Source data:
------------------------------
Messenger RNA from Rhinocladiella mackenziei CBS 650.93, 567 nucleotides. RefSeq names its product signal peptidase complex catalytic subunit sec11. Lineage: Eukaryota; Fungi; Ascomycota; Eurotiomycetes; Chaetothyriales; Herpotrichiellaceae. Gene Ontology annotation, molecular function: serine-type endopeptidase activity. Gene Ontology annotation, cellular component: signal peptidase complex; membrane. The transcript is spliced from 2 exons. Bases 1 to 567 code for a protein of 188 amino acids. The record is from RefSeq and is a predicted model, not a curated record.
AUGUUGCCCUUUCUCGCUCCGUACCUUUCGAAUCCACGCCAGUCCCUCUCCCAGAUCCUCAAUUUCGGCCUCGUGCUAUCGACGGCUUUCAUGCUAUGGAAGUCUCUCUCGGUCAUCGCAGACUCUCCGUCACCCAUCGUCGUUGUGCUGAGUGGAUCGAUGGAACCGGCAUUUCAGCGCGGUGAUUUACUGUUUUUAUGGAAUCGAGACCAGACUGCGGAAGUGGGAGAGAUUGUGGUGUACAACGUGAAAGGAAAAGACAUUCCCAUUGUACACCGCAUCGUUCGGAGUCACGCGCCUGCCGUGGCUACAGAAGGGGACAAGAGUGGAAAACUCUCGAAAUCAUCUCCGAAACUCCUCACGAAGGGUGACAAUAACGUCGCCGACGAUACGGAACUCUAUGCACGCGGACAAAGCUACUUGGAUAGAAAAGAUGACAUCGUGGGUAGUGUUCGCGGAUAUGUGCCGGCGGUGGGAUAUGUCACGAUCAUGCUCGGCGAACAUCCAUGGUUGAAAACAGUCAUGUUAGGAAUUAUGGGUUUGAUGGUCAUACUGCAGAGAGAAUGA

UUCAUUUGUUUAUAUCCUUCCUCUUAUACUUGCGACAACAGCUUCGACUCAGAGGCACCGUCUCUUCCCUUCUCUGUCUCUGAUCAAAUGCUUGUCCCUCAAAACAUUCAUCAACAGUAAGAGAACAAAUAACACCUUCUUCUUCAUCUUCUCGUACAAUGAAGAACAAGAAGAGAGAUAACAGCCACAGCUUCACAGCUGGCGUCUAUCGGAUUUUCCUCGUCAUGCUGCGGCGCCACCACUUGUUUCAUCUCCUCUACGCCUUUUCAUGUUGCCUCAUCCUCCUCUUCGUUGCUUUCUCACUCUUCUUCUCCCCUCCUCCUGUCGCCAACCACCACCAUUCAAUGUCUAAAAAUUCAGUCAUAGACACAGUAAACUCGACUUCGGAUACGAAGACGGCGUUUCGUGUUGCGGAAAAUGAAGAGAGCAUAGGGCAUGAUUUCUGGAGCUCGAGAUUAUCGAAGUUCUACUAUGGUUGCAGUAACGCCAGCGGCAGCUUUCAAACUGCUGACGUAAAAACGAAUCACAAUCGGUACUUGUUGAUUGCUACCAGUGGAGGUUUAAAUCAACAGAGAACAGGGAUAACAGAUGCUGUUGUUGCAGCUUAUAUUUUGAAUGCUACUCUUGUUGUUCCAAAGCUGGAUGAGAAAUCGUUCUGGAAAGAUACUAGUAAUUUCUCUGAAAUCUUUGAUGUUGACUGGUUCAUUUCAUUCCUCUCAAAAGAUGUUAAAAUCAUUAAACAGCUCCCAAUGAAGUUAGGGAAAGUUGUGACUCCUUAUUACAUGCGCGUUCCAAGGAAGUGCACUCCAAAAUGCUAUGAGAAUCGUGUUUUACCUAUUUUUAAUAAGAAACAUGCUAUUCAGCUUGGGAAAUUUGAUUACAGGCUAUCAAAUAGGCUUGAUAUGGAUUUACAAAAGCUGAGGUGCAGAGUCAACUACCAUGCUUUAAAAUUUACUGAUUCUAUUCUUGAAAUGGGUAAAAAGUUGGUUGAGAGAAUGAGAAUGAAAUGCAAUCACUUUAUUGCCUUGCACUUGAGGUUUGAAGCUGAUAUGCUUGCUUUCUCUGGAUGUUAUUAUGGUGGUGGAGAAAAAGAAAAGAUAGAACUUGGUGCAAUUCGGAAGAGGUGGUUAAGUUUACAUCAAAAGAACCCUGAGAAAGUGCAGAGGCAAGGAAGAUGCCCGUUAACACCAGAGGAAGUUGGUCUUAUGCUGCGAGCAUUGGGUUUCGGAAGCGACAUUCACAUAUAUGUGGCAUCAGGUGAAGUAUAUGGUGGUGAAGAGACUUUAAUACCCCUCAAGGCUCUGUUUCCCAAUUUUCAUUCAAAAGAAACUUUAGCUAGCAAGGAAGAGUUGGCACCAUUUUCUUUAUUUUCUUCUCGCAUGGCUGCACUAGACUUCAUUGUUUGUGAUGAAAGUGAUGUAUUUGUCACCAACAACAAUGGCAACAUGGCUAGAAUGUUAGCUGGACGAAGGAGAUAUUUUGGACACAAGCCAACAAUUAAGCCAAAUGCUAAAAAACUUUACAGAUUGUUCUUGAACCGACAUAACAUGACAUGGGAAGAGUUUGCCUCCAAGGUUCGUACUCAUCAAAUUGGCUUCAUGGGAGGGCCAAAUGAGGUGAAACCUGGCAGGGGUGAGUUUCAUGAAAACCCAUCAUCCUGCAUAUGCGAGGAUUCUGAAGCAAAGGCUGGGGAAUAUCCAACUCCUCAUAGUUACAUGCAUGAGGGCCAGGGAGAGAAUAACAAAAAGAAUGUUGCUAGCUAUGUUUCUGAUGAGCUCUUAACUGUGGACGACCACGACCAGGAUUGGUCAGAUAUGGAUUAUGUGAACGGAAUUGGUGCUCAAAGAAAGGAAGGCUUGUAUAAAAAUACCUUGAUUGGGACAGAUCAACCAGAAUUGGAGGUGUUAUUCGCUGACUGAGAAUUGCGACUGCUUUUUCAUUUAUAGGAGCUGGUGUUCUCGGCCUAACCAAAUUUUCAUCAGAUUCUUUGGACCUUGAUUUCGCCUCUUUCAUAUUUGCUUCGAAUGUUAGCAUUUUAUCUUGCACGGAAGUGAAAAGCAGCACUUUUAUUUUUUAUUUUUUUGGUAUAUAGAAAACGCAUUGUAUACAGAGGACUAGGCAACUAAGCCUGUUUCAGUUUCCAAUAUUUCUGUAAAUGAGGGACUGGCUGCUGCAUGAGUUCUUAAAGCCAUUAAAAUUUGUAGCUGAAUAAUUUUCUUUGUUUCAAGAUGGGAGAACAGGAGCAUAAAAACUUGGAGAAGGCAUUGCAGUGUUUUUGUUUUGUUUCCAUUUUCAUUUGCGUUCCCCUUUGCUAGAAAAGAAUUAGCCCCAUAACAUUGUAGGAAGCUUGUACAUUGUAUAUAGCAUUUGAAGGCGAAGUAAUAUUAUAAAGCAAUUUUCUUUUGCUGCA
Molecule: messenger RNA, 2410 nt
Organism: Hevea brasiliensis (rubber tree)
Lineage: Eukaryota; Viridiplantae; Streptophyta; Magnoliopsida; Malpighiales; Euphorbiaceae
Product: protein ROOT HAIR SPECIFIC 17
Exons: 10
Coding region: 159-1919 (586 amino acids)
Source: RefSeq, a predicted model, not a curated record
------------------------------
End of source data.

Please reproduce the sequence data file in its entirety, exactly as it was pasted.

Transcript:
Messenger RNA from Rhinocladiella mackenziei CBS 650.93, 567 nucleotides. RefSeq names its product signal peptidase complex catalytic subunit sec11. Lineage: Eukaryota; Fungi; Ascomycota; Eurotiomycetes; Chaetothyriales; Herpotrichiellaceae. Gene Ontology annotation, molecular function: serine-type endopeptidase activity. Gene Ontology annotation, cellular component: signal peptidase complex; membrane. The transcript is spliced from 2 exons. Bases 1 to 567 code for a protein of 188 amino acids. The record is from RefSeq and is a predicted model, not a curated record.
AUGUUGCCCUUUCUCGCUCCGUACCUUUCGAAUCCACGCCAGUCCCUCUCCCAGAUCCUCAAUUUCGGCCUCGUGCUAUCGACGGCUUUCAUGCUAUGGAAGUCUCUCUCGGUCAUCGCAGACUCUCCGUCACCCAUCGUCGUUGUGCUGAGUGGAUCGAUGGAACCGGCAUUUCAGCGCGGUGAUUUACUGUUUUUAUGGAAUCGAGACCAGACUGCGGAAGUGGGAGAGAUUGUGGUGUACAACGUGAAAGGAAAAGACAUUCCCAUUGUACACCGCAUCGUUCGGAGUCACGCGCCUGCCGUGGCUACAGAAGGGGACAAGAGUGGAAAACUCUCGAAAUCAUCUCCGAAACUCCUCACGAAGGGUGACAAUAACGUCGCCGACGAUACGGAACUCUAUGCACGCGGACAAAGCUACUUGGAUAGAAAAGAUGACAUCGUGGGUAGUGUUCGCGGAUAUGUGCCGGCGGUGGGAUAUGUCACGAUCAUGCUCGGCGAACAUCCAUGGUUGAAAACAGUCAUGUUAGGAAUUAUGGGUUUGAUGGUCAUACUGCAGAGAGAAUGA

UUCAUUUGUUUAUAUCCUUCCUCUUAUACUUGCGACAACAGCUUCGACUCAGAGGCACCGUCUCUUCCCUUCUCUGUCUCUGAUCAAAUGCUUGUCCCUCAAAACAUUCAUCAACAGUAAGAGAACAAAUAACACCUUCUUCUUCAUCUUCUCGUACAAUGAAGAACAAGAAGAGAGAUAACAGCCACAGCUUCACAGCUGGCGUCUAUCGGAUUUUCCUCGUCAUGCUGCGGCGCCACCACUUGUUUCAUCUCCUCUACGCCUUUUCAUGUUGCCUCAUCCUCCUCUUCGUUGCUUUCUCACUCUUCUUCUCCCCUCCUCCUGUCGCCAACCACCACCAUUCAAUGUCUAAAAAUUCAGUCAUAGACACAGUAAACUCGACUUCGGAUACGAAGACGGCGUUUCGUGUUGCGGAAAAUGAAGAGAGCAUAGGGCAUGAUUUCUGGAGCUCGAGAUUAUCGAAGUUCUACUAUGGUUGCAGUAACGCCAGCGGCAGCUUUCAAACUGCUGACGUAAAAACGAAUCACAAUCGGUACUUGUUGAUUGCUACCAGUGGAGGUUUAAAUCAACAGAGAACAGGGAUAACAGAUGCUGUUGUUGCAGCUUAUAUUUUGAAUGCUACUCUUGUUGUUCCAAAGCUGGAUGAGAAAUCGUUCUGGAAAGAUACUAGUAAUUUCUCUGAAAUCUUUGAUGUUGACUGGUUCAUUUCAUUCCUCUCAAAAGAUGUUAAAAUCAUUAAACAGCUCCCAAUGAAGUUAGGGAAAGUUGUGACUCCUUAUUACAUGCGCGUUCCAAGGAAGUGCACUCCAAAAUGCUAUGAGAAUCGUGUUUUACCUAUUUUUAAUAAGAAACAUGCUAUUCAGCUUGGGAAAUUUGAUUACAGGCUAUCAAAUAGGCUUGAUAUGGAUUUACAAAAGCUGAGGUGCAGAGUCAACUACCAUGCUUUAAAAUUUACUGAUUCUAUUCUUGAAAUGGGUAAAAAGUUGGUUGAGAGAAUGAGAAUGAAAUGCAAUCACUUUAUUGCCUUGCACUUGAGGUUUGAAGCUGAUAUGCUUGCUUUCUCUGGAUGUUAUUAUGGUGGUGGAGAAAAAGAAAAGAUAGAACUUGGUGCAAUUCGGAAGAGGUGGUUAAGUUUACAUCAAAAGAACCCUGAGAAAGUGCAGAGGCAAGGAAGAUGCCCGUUAACACCAGAGGAAGUUGGUCUUAUGCUGCGAGCAUUGGGUUUCGGAAGCGACAUUCACAUAUAUGUGGCAUCAGGUGAAGUAUAUGGUGGUGAAGAGACUUUAAUACCCCUCAAGGCUCUGUUUCCCAAUUUUCAUUCAAAAGAAACUUUAGCUAGCAAGGAAGAGUUGGCACCAUUUUCUUUAUUUUCUUCUCGCAUGGCUGCACUAGACUUCAUUGUUUGUGAUGAAAGUGAUGUAUUUGUCACCAACAACAAUGGCAACAUGGCUAGAAUGUUAGCUGGACGAAGGAGAUAUUUUGGACACAAGCCAACAAUUAAGCCAAAUGCUAAAAAACUUUACAGAUUGUUCUUGAACCGACAUAACAUGACAUGGGAAGAGUUUGCCUCCAAGGUUCGUACUCAUCAAAUUGGCUUCAUGGGAGGGCCAAAUGAGGUGAAACCUGGCAGGGGUGAGUUUCAUGAAAACCCAUCAUCCUGCAUAUGCGAGGAUUCUGAAGCAAAGGCUGGGGAAUAUCCAACUCCUCAUAGUUACAUGCAUGAGGGCCAGGGAGAGAAUAACAAAAAGAAUGUUGCUAGCUAUGUUUCUGAUGAGCUCUUAACUGUGGACGACCACGACCAGGAUUGGUCAGAUAUGGAUUAUGUGAACGGAAUUGGUGCUCAAAGAAAGGAAGGCUUGUAUAAAAAUACCUUGAUUGGGACAGAUCAACCAGAAUUGGAGGUGUUAUUCGCUGACUGAGAAUUGCGACUGCUUUUUCAUUUAUAGGAGCUGGUGUUCUCGGCCUAACCAAAUUUUCAUCAGAUUCUUUGGACCUUGAUUUCGCCUCUUUCAUAUUUGCUUCGAAUGUUAGCAUUUUAUCUUGCACGGAAGUGAAAAGCAGCACUUUUAUUUUUUAUUUUUUUGGUAUAUAGAAAACGCAUUGUAUACAGAGGACUAGGCAACUAAGCCUGUUUCAGUUUCCAAUAUUUCUGUAAAUGAGGGACUGGCUGCUGCAUGAGUUCUUAAAGCCAUUAAAAUUUGUAGCUGAAUAAUUUUCUUUGUUUCAAGAUGGGAGAACAGGAGCAUAAAAACUUGGAGAAGGCAUUGCAGUGUUUUUGUUUUGUUUCCAUUUUCAUUUGCGUUCCCCUUUGCUAGAAAAGAAUUAGCCCCAUAACAUUGUAGGAAGCUUGUACAUUGUAUAUAGCAUUUGAAGGCGAAGUAAUAUUAUAAAGCAAUUUUCUUUUGCUGCA
Molecule: messenger RNA, 2410 nt
Organism: Hevea brasiliensis (rubber tree)
Lineage: Eukaryota; Viridiplantae; Streptophyta; Magnoliopsida; Malpighiales; Euphorbiaceae
Product: protein ROOT HAIR SPECIFIC 17
Exons: 10
Coding region: 159-1919 (586 amino acids)
Source: RefSeq, a predicted model, not a curated record